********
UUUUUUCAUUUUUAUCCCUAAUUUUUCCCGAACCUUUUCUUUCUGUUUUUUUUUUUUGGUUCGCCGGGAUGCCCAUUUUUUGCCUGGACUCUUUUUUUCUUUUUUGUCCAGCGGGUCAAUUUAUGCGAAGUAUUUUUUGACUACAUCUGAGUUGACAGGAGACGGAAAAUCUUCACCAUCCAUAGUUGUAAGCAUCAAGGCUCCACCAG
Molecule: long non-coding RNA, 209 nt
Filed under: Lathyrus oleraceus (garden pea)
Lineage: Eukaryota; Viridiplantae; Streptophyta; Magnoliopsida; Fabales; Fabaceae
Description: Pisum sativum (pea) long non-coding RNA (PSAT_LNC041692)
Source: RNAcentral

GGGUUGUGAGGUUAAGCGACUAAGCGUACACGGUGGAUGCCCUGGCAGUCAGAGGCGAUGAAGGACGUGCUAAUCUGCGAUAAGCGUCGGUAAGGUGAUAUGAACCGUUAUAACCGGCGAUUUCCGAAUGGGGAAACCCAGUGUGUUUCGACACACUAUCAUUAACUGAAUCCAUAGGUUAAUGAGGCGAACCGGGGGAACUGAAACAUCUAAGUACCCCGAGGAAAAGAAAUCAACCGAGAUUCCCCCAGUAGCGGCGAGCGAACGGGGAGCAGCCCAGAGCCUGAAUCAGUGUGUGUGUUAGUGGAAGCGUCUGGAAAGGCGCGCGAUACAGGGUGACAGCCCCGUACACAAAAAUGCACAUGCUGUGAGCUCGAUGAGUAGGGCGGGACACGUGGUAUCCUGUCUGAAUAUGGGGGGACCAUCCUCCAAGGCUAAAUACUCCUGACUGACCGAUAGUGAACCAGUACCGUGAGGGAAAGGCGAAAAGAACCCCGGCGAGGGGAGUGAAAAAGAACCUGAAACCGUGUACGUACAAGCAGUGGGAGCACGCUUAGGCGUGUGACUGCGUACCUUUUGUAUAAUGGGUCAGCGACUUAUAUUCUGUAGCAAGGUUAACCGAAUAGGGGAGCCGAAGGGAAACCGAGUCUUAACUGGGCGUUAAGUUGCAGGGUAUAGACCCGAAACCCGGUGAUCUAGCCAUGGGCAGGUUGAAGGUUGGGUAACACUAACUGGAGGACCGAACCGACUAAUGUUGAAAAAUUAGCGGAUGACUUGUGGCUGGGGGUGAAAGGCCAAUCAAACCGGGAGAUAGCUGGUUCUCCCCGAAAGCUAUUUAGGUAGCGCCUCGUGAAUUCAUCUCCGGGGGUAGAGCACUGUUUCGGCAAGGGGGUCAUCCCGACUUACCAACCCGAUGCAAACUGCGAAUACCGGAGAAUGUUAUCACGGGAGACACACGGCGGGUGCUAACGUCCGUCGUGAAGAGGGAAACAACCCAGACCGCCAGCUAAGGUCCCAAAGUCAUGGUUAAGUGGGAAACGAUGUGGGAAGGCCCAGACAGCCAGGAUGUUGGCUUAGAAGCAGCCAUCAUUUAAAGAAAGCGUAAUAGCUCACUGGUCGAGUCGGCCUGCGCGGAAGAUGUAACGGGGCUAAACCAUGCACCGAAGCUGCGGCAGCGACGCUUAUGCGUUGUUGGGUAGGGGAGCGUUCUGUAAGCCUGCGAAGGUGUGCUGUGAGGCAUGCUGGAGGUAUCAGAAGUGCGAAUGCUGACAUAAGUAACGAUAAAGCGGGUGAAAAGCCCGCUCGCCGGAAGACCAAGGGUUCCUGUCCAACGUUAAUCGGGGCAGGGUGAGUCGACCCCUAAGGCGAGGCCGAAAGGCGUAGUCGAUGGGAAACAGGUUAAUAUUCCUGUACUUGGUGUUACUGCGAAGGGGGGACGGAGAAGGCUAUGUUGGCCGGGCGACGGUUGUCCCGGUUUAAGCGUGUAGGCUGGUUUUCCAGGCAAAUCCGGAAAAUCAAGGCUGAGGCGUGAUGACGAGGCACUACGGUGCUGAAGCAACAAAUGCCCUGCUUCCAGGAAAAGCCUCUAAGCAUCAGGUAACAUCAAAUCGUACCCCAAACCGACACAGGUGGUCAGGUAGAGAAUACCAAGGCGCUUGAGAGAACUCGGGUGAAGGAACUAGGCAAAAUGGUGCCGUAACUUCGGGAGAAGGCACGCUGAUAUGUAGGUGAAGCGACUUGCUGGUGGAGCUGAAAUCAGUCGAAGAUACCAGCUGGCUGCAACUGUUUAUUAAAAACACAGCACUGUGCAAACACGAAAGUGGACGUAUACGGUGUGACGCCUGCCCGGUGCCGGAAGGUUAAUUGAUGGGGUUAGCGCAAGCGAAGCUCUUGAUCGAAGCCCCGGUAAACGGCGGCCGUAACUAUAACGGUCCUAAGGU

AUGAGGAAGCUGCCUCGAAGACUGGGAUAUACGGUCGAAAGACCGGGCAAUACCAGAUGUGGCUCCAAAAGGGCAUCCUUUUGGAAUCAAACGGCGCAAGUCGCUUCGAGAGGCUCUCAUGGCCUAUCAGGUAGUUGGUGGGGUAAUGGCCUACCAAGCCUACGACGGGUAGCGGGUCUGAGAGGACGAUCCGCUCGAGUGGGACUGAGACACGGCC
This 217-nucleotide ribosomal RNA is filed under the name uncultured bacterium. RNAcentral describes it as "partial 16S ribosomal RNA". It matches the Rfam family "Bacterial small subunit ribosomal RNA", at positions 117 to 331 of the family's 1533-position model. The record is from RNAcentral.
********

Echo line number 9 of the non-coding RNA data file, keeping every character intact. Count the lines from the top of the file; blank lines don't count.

This 217-nucleotide ribosomal RNA is filed under the name uncultured bacterium. RNAcentral describes it as "partial 16S ribosomal RNA". It matches the Rfam family "Bacterial small subunit ribosomal RNA", at positions 117 to 331 of the family's 1533-position model. The record is from RNAcentral.